Others point to the wise decision to fully empower and properly resource a small agile supra-governmental unit to take the lead on this. “It brought buy-in on an unprecedented level from all sectors of society and brought investment to the island on unprecedented scales,” commented a private sector source. “It meant everything could move fast in four short years of the new Government coming into existence,” she continued.

Update on the Barbados Tech Accelerator Trial Run

Reports coming in from those who attended Smart Barbados Week 2019 (SBW 2019) indicate it was a resounding success. From October 1-4, 2019, speakers and participants from Europe, North America, Africa, Latin America and the Caribbean met at the Lloyd Erskine Sandiford Centre for this first-of-its kind event designed to showcase the Smart Barbados of the future.

A highlight of the week was the participation of Mark Elliott and Rui Cardoso of CivTech Scotland, who jointly introduced the concept of a Barbados Tech Accelerator for the delivery of digital public services. In addition to a presentation during the main conference, Mark and Rui demoed the Civtech challenge methodology during two workshop sessions, winning kudos from those in attendance. The challenges identified by the enthusiastic participants and the innovative solutions they developed are being seen as an exciting new way to improve Government’s procurements processes, particularly as they relate to tech projects and digital solutions.

The excitement was echoed by Minister of Innovation, Science and Smart Technology, Senator the Hon. Kay McConney, who announced Government’s commitment to fully developing the tech accelerator in the weeks and months ahead.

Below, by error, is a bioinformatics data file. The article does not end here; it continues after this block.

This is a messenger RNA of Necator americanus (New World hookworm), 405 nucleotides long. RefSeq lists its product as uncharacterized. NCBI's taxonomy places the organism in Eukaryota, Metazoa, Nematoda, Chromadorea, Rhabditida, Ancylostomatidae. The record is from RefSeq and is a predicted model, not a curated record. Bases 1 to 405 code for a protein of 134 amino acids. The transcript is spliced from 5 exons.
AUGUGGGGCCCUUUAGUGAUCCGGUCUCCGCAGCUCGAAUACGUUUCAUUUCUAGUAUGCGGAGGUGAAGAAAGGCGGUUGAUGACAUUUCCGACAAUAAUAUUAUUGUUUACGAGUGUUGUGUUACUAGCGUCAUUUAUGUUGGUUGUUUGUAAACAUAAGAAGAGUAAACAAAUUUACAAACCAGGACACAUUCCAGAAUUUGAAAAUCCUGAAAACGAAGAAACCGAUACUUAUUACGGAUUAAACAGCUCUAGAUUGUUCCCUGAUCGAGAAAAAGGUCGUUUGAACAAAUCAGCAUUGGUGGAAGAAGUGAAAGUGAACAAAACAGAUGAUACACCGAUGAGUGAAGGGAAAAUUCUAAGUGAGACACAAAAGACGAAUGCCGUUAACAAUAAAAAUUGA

SBW 2019 was jointly planned and hosted by the Ministry of Innovation, Science and Smart Technology (MIST), the Internet Society – Barbados Chapter, Barbados international Business Association (BIBA), Barbados Chamber of Commerce and Industry (BCCI), and the Small Business Association (SBA).

Billed as 4 days / 4 events / 1 vision, SBW 2019 signalled the start of a national partnership that aims to:

  1. Define what it means for Barbados to be a smart nation;
  2. Explain how smart solutions can improve the lives of citizens and residents;
  3. Identify strategies for realising a shared vision for Smart Barbados (SB); and
  4. Build national consensus around actions required for smart transformation.

SBW 2019 attracted innovators, entrepreneurs, policymakers, academics, students, business support organisations, local and regional firms to a series of presentations and panel discussions on areas central to Barbados’ digital transformation. Other keynote speakers included Mr. Linnar Viik, co-founder of Estonia’s e-Governance Academy, and Mrs. Claudette McGowan, Chief Information Officer, Enterprise Technology Employee Experience, BMO Financial Group, Canada.

Mark Elliott